Tuesday, November 6, 2007

How to debug the javascript DOM [Part 2]

Well, let me summarize what we understood until now

A] Whatever you see on the browser (including this page), is all pure HTML

B] When the browser "draws" the HTML as buttons, textboxes, colors etc., it also creates a hierarchy of objects called the DOM model.

C] The elements are in this order : HTML --> BODY --> Other Elements

You might be saying "All right, I get it ... but is there a way I can physically see this hierarchy ??". The answer is Yes. But, you should have either Visual Studio or Microsoft Script Editor installed on you machine. Let us see how.

First, create a simple test page called HelloWorld.html. Here's the text

<html> <head> <title>Untitled Page</title> </head> <body> <div id="myDiv"> <input type="button" id="btn" value="Click Me"> </div> </body> </html>

Type the above in a simple notepad and save it as HelloWorld.html. Next, open this page in internet explorer by double clicking on it. You'll see something like this : For debugging purposes, we would have to add some javascript to this page. Let's tweak the HTML slightly :

<html> <head> <title>Untitled Page</title> </head> <body onload="var theDiv = document.getElementById('myDiv');"> <div id="myDiv"> <input type="button" id="btn" value="Click Me"> </div> </body> </html>

As you can see, I have added some javascript to the page (now you know what it looks like). Let's dissect it a little bit before diving into how to debug it. <body onload="XXXXXX" .....

The above line is like effectively telling the browser that "When you start drawing this <body> element, that is, when you "load" this body element, before doing anything else, execute the statements given by XXXXXXX". So, as soon as the browser starts drawing the <body> element on the page, it stops the drawing and first starts executing the javascript. Let's move to the Javascript now. var theDiv = document.getElementById('myDiv'); var -- whenever you create a variable in javascript, the type has to be var only. No matter if it's an int, float, date, even an object, the Type is always VAR. So we declare a variable called "theDiv". Before you wonder what document.getElementById(...) means, let me remind you the hierarchy. HTML --> BODY --> Other Elements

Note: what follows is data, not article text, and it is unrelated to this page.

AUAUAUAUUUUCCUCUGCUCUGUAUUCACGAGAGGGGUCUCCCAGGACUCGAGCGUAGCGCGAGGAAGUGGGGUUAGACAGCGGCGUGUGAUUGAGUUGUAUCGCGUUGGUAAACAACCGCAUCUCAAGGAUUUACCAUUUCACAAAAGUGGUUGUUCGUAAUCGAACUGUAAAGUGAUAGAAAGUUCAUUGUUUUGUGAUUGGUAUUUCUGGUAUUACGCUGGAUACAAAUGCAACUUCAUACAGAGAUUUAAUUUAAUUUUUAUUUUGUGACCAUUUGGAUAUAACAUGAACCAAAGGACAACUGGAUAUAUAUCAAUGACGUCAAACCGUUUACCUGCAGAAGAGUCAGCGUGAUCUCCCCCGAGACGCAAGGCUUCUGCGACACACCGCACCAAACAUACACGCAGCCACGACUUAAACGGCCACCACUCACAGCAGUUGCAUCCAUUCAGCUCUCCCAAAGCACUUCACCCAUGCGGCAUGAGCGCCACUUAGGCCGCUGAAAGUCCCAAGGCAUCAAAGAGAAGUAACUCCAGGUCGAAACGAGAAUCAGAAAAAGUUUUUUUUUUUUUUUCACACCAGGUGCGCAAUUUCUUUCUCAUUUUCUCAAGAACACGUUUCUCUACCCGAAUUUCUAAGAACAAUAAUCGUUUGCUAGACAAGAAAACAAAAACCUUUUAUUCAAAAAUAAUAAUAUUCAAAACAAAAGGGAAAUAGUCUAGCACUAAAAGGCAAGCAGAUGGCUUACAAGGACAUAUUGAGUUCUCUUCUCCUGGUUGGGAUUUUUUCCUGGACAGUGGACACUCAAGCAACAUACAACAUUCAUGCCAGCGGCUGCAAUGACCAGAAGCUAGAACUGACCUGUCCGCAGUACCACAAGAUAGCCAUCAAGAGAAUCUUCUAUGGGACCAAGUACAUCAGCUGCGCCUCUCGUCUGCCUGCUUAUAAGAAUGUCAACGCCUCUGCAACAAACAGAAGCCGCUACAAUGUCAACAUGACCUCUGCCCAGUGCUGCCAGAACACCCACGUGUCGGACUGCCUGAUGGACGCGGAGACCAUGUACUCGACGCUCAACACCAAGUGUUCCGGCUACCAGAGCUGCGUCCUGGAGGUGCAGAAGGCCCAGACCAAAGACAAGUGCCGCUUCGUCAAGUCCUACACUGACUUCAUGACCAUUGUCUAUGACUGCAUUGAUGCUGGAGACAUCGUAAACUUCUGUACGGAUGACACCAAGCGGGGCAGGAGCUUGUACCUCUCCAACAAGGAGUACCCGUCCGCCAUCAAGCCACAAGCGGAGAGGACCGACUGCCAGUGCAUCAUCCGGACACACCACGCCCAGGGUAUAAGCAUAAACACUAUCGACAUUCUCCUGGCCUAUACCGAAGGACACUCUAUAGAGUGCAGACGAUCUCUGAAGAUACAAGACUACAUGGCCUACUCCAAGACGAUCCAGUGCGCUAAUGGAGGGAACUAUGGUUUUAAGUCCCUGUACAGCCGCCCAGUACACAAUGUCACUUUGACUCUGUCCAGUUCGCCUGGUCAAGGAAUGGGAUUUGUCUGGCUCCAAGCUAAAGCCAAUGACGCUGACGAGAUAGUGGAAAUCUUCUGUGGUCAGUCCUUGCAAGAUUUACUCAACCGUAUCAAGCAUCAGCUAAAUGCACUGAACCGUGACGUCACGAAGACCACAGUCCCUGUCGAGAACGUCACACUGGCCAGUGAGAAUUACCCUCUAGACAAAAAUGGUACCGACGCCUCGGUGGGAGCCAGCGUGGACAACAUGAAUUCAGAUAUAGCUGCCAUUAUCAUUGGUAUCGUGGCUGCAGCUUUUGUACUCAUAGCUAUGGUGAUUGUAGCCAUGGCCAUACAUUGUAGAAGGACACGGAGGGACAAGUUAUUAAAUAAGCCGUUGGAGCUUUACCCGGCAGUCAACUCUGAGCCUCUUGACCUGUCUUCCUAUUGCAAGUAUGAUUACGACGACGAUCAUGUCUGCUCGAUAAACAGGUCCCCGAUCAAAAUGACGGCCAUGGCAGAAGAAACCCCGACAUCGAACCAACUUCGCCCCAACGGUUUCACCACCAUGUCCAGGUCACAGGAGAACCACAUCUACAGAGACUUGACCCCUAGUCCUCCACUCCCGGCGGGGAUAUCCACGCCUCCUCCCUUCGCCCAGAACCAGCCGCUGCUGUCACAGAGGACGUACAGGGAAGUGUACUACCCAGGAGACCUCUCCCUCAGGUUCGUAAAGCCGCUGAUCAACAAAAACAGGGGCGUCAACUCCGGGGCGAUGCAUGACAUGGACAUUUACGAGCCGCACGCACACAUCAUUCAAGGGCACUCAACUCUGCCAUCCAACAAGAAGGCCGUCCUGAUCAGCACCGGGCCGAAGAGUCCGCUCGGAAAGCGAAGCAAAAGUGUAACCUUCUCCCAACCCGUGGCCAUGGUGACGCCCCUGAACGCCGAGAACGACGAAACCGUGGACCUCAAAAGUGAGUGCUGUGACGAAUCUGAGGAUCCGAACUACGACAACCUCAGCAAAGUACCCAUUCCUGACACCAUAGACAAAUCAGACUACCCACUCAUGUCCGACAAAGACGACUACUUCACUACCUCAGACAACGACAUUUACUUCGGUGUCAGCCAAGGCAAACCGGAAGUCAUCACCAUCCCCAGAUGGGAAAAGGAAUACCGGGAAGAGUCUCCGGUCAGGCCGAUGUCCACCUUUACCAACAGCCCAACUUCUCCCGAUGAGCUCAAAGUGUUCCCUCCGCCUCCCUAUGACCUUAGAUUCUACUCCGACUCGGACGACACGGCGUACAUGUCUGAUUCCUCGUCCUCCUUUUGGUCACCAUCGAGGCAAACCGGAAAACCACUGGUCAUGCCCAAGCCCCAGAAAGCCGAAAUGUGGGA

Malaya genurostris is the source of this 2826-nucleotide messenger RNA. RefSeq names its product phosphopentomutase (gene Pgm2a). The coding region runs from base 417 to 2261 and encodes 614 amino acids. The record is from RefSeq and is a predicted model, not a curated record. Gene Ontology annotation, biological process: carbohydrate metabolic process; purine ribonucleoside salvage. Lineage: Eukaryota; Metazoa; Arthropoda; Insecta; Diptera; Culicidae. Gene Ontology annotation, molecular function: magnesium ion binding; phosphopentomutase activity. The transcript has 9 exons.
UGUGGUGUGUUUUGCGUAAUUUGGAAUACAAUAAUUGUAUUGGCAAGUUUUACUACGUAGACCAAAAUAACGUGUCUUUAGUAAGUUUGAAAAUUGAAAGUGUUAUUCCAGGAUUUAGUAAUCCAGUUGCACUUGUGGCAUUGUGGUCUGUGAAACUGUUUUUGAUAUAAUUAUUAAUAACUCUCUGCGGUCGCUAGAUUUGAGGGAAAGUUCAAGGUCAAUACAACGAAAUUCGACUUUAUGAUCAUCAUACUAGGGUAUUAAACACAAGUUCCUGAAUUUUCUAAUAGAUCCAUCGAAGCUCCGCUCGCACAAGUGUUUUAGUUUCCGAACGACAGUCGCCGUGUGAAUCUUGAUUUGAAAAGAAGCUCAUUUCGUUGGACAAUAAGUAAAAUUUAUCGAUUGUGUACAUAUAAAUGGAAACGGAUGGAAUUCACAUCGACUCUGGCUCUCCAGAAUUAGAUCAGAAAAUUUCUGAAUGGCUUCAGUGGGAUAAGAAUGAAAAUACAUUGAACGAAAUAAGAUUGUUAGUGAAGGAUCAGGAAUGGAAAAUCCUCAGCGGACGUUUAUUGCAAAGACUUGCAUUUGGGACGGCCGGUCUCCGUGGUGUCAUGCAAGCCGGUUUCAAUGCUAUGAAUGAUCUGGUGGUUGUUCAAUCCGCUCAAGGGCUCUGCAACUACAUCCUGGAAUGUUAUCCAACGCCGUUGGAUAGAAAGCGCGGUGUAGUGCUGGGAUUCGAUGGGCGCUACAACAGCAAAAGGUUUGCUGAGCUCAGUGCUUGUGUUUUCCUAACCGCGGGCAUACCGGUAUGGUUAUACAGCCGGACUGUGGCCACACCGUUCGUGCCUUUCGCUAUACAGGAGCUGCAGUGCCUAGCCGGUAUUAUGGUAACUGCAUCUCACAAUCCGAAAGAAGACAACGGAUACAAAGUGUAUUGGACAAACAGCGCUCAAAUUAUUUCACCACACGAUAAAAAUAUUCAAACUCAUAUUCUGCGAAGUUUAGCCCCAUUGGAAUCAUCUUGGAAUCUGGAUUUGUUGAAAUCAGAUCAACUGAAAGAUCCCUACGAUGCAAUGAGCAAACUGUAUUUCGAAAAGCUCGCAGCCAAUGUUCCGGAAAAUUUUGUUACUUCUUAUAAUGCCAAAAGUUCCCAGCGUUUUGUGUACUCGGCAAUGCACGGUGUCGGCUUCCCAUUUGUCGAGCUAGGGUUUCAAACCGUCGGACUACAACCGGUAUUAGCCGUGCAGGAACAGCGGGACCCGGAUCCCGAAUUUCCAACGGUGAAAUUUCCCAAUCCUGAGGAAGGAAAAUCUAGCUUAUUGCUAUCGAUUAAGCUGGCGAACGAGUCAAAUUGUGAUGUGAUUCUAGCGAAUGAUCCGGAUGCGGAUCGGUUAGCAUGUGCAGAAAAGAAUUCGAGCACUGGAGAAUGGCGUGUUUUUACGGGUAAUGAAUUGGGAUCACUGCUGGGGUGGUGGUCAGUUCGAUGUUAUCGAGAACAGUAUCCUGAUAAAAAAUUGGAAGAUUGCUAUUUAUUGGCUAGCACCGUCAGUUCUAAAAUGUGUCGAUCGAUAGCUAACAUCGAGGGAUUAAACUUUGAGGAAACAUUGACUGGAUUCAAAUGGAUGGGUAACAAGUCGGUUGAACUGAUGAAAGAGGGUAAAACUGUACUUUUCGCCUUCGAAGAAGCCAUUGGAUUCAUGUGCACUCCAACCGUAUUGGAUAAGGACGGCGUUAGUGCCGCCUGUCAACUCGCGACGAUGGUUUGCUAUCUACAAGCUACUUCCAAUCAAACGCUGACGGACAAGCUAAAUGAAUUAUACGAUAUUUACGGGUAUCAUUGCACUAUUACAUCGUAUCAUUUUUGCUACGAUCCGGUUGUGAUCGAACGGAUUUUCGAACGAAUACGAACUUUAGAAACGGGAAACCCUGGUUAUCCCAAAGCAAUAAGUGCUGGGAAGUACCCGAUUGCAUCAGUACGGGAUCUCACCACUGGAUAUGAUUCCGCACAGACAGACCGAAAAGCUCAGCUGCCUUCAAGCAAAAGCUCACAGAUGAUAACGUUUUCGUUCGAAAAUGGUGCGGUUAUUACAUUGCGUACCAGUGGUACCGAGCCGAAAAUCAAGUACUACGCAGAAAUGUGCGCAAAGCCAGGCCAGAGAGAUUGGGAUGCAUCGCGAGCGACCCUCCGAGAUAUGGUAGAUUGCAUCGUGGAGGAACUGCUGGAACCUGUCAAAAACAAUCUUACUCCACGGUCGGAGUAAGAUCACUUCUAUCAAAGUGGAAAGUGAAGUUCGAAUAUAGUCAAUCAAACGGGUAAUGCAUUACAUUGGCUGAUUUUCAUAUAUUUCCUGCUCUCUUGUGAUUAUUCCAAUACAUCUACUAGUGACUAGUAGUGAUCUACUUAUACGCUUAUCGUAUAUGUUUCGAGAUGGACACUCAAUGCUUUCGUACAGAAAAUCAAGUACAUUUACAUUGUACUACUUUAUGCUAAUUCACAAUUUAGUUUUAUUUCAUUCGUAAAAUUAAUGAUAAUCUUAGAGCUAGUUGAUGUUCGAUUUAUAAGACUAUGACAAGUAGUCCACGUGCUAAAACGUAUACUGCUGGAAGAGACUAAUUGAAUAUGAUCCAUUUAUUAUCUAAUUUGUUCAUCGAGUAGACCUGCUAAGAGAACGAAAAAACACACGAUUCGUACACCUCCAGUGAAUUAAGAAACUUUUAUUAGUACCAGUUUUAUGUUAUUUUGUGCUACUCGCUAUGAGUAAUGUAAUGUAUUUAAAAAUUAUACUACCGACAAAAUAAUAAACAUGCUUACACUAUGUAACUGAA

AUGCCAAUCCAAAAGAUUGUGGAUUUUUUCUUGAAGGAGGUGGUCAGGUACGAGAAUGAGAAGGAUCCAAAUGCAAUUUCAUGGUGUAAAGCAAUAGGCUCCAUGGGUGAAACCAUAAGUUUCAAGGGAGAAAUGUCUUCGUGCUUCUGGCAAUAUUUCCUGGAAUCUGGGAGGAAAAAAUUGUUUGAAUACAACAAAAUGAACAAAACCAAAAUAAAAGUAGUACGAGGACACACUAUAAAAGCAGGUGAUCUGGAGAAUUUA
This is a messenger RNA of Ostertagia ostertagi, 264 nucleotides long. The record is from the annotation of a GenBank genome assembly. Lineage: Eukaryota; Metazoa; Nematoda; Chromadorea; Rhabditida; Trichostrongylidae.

Keep in mind all the page elements (including HTML, and BODY), are part of the page's document. Thats one of the reasons the DOM stands for Document Object Model. So effectively, here's the object hierarchy diagram for any HTML page : So what document.getElementById('myDiv') is doing is searching for an element called "myDiv" in the document object's children. That is gonna return the <div> element that we created in our HTML, and this value is assigned to the variable theDiv.

Whew, so far so good. Now let's get our hands dirty with some debugging stuff. Open the page in a browser, go to Tools -- > Internet Options --> Advanced --> Browsing section. Uncheck the "Disable Script Debugging (Internet Explorer)" and "Disable Script Debugging (Other)" checkboxes. Next, go to your page, from menu choose view --> Script Debugger --> Break at next statement Once done, refresh the page. Immediately you should see the a window similar to the one below :